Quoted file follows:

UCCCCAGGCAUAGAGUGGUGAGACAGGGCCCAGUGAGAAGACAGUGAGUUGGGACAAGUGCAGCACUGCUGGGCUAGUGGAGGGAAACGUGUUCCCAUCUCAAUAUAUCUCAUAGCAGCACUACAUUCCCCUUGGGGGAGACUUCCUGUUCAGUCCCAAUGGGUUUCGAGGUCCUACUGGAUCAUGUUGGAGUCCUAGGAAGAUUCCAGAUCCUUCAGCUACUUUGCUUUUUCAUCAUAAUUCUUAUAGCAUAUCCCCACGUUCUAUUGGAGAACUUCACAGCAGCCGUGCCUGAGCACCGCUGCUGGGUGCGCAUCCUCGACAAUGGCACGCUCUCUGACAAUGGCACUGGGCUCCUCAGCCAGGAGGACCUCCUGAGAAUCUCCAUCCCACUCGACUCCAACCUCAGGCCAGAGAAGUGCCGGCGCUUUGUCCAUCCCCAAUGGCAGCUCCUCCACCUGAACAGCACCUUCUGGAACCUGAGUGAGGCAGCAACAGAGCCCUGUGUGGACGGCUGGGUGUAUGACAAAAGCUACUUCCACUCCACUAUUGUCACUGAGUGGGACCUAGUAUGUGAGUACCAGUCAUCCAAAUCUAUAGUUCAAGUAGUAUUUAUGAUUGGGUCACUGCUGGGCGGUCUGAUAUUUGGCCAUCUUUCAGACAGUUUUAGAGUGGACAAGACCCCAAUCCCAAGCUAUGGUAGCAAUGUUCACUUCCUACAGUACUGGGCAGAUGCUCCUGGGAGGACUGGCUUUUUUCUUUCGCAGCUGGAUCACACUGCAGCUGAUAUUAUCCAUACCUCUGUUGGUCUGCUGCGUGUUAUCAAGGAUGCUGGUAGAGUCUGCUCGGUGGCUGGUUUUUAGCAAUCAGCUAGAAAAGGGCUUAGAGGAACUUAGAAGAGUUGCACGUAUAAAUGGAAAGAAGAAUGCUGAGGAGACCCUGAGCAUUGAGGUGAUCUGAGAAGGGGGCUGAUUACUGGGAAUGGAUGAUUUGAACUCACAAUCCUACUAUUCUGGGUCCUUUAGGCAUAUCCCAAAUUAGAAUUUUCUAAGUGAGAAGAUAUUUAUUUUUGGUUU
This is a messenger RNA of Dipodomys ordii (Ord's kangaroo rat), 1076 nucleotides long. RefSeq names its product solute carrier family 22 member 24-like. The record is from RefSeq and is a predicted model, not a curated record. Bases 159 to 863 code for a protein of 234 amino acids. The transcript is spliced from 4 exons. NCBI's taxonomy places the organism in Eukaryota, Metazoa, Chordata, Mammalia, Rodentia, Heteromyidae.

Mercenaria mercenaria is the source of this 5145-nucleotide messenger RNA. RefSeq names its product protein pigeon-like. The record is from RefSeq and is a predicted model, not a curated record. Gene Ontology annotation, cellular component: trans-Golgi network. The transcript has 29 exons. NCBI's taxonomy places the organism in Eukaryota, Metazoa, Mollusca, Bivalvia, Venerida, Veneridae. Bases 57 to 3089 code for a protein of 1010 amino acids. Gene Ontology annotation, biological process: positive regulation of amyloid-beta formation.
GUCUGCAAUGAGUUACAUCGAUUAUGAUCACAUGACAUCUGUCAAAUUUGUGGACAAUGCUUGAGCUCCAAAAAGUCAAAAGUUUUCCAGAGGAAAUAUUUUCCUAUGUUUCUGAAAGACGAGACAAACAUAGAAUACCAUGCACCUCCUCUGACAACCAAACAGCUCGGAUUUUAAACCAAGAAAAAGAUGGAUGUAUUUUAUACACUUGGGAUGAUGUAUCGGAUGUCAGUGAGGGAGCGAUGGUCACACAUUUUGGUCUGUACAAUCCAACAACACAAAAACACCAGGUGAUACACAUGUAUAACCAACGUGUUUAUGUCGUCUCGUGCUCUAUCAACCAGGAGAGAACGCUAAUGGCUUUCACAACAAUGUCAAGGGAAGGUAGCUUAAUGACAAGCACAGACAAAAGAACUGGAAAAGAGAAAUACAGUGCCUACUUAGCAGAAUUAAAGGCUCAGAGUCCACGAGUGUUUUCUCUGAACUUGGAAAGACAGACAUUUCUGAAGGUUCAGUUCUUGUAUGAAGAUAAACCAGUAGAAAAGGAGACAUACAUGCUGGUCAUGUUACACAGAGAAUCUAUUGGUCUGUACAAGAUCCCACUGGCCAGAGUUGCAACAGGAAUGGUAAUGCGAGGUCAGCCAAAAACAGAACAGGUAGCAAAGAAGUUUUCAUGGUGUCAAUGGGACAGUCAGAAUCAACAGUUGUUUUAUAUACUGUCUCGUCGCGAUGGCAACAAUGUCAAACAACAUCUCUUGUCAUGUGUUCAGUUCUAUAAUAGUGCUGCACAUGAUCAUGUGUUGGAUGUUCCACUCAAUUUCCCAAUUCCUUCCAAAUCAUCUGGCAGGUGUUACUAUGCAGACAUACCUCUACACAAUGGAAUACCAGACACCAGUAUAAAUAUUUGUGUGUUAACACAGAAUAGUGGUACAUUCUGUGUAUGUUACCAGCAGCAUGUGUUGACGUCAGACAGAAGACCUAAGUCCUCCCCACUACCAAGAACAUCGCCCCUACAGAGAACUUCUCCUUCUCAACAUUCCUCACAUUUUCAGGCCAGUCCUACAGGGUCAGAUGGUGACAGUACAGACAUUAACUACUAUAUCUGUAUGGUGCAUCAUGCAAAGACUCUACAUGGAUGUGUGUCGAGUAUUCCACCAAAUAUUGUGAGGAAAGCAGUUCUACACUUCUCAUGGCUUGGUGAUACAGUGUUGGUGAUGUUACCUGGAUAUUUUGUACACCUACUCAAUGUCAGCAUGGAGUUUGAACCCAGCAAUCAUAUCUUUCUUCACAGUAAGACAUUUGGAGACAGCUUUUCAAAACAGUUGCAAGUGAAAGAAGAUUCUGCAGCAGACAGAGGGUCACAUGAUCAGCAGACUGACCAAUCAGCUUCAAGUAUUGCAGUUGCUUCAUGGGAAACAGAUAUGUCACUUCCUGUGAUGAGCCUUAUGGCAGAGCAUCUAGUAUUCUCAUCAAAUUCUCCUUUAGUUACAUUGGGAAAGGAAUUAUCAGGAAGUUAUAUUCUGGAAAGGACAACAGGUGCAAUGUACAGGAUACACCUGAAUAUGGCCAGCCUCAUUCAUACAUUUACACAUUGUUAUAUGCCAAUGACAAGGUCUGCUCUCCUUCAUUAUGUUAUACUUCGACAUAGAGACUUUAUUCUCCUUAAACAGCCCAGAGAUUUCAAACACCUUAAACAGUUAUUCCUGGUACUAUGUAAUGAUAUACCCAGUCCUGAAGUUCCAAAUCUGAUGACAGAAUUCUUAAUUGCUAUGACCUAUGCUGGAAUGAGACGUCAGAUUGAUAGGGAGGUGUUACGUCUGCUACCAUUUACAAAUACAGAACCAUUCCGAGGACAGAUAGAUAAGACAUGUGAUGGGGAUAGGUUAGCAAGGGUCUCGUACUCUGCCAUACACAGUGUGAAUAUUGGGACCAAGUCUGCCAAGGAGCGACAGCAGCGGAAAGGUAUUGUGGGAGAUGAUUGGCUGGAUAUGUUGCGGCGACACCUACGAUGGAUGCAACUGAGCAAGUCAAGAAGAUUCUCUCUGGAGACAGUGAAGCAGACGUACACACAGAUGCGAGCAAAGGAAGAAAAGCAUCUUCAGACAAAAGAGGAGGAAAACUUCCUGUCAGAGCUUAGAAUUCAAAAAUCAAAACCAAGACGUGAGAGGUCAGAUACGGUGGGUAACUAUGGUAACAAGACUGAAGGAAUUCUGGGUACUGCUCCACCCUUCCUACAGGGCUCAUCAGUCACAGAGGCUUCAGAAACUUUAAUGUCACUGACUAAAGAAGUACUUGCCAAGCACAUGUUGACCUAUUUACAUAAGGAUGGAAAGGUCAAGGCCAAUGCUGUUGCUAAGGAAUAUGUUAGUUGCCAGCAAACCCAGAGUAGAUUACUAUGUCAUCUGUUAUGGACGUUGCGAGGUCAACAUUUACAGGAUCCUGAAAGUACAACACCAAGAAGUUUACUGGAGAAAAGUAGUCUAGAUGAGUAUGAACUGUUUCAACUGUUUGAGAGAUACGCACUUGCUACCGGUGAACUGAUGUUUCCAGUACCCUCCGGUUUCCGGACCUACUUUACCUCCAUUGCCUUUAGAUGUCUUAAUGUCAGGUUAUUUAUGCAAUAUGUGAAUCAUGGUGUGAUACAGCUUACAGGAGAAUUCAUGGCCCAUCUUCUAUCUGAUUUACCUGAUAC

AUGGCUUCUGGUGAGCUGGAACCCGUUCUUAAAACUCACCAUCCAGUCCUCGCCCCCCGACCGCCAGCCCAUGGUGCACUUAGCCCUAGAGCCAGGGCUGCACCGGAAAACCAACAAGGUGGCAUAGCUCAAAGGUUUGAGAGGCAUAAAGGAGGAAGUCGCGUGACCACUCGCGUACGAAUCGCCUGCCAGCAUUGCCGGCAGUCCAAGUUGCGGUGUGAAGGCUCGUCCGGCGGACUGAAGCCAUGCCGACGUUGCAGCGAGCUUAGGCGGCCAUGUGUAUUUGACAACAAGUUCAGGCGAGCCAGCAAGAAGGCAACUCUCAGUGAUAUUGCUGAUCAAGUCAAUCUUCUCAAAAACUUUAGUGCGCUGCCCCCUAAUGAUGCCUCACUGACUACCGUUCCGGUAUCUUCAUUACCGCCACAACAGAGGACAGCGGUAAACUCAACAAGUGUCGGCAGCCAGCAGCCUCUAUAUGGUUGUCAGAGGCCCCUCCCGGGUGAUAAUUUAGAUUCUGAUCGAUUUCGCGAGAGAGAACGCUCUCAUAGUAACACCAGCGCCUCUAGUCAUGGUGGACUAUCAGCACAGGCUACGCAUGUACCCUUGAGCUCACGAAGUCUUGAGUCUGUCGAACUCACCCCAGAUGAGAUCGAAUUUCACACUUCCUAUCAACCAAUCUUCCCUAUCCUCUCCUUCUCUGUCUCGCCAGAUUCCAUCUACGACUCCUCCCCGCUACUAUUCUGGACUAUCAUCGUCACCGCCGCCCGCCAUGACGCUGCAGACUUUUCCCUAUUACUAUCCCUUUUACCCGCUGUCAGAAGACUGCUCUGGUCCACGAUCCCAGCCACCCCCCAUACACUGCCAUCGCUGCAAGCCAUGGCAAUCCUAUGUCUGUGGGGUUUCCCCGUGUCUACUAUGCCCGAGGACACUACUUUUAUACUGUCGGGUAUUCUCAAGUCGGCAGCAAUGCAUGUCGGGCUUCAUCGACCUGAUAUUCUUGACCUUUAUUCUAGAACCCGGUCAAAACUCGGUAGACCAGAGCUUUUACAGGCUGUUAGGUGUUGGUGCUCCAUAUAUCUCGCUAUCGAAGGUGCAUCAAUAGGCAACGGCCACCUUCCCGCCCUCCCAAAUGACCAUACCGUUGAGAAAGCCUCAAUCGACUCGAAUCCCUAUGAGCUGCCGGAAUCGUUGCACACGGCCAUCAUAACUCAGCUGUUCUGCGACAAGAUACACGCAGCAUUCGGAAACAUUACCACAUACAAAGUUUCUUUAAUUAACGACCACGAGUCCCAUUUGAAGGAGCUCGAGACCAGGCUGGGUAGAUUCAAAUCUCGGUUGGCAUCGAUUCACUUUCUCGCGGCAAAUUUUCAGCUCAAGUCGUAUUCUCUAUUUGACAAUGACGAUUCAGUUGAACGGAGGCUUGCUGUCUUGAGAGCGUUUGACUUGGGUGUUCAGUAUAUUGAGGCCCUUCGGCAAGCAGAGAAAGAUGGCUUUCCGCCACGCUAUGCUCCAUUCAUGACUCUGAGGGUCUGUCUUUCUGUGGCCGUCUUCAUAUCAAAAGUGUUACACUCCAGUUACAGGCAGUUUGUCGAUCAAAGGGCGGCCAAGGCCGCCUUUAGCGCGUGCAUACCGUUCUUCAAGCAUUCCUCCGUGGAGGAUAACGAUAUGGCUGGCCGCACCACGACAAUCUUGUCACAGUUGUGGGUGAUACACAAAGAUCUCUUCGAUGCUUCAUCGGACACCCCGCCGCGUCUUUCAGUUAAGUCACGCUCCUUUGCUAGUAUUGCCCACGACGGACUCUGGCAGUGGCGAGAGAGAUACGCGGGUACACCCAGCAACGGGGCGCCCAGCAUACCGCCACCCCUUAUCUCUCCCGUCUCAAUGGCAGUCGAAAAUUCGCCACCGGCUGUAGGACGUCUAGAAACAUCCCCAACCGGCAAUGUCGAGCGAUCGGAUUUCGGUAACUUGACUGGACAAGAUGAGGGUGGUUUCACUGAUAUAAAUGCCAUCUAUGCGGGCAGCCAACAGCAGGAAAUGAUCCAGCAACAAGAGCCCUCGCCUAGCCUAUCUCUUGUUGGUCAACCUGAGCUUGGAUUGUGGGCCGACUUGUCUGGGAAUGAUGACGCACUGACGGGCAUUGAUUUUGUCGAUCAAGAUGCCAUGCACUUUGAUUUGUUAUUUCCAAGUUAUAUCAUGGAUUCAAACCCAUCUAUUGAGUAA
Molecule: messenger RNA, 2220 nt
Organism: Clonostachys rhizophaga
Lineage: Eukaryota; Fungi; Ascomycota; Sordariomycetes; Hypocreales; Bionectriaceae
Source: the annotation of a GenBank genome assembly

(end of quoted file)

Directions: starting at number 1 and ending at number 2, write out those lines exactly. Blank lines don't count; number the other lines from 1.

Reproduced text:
UCCCCAGGCAUAGAGUGGUGAGACAGGGCCCAGUGAGAAGACAGUGAGUUGGGACAAGUGCAGCACUGCUGGGCUAGUGGAGGGAAACGUGUUCCCAUCUCAAUAUAUCUCAUAGCAGCACUACAUUCCCCUUGGGGGAGACUUCCUGUUCAGUCCCAAUGGGUUUCGAGGUCCUACUGGAUCAUGUUGGAGUCCUAGGAAGAUUCCAGAUCCUUCAGCUACUUUGCUUUUUCAUCAUAAUUCUUAUAGCAUAUCCCCACGUUCUAUUGGAGAACUUCACAGCAGCCGUGCCUGAGCACCGCUGCUGGGUGCGCAUCCUCGACAAUGGCACGCUCUCUGACAAUGGCACUGGGCUCCUCAGCCAGGAGGACCUCCUGAGAAUCUCCAUCCCACUCGACUCCAACCUCAGGCCAGAGAAGUGCCGGCGCUUUGUCCAUCCCCAAUGGCAGCUCCUCCACCUGAACAGCACCUUCUGGAACCUGAGUGAGGCAGCAACAGAGCCCUGUGUGGACGGCUGGGUGUAUGACAAAAGCUACUUCCACUCCACUAUUGUCACUGAGUGGGACCUAGUAUGUGAGUACCAGUCAUCCAAAUCUAUAGUUCAAGUAGUAUUUAUGAUUGGGUCACUGCUGGGCGGUCUGAUAUUUGGCCAUCUUUCAGACAGUUUUAGAGUGGACAAGACCCCAAUCCCAAGCUAUGGUAGCAAUGUUCACUUCCUACAGUACUGGGCAGAUGCUCCUGGGAGGACUGGCUUUUUUCUUUCGCAGCUGGAUCACACUGCAGCUGAUAUUAUCCAUACCUCUGUUGGUCUGCUGCGUGUUAUCAAGGAUGCUGGUAGAGUCUGCUCGGUGGCUGGUUUUUAGCAAUCAGCUAGAAAAGGGCUUAGAGGAACUUAGAAGAGUUGCACGUAUAAAUGGAAAGAAGAAUGCUGAGGAGACCCUGAGCAUUGAGGUGAUCUGAGAAGGGGGCUGAUUACUGGGAAUGGAUGAUUUGAACUCACAAUCCUACUAUUCUGGGUCCUUUAGGCAUAUCCCAAAUUAGAAUUUUCUAAGUGAGAAGAUAUUUAUUUUUGGUUU
This is a messenger RNA of Dipodomys ordii (Ord's kangaroo rat), 1076 nucleotides long. RefSeq names its product solute carrier family 22 member 24-like. The record is from RefSeq and is a predicted model, not a curated record. Bases 159 to 863 code for a protein of 234 amino acids. The transcript is spliced from 4 exons. NCBI's taxonomy places the organism in Eukaryota, Metazoa, Chordata, Mammalia, Rodentia, Heteromyidae.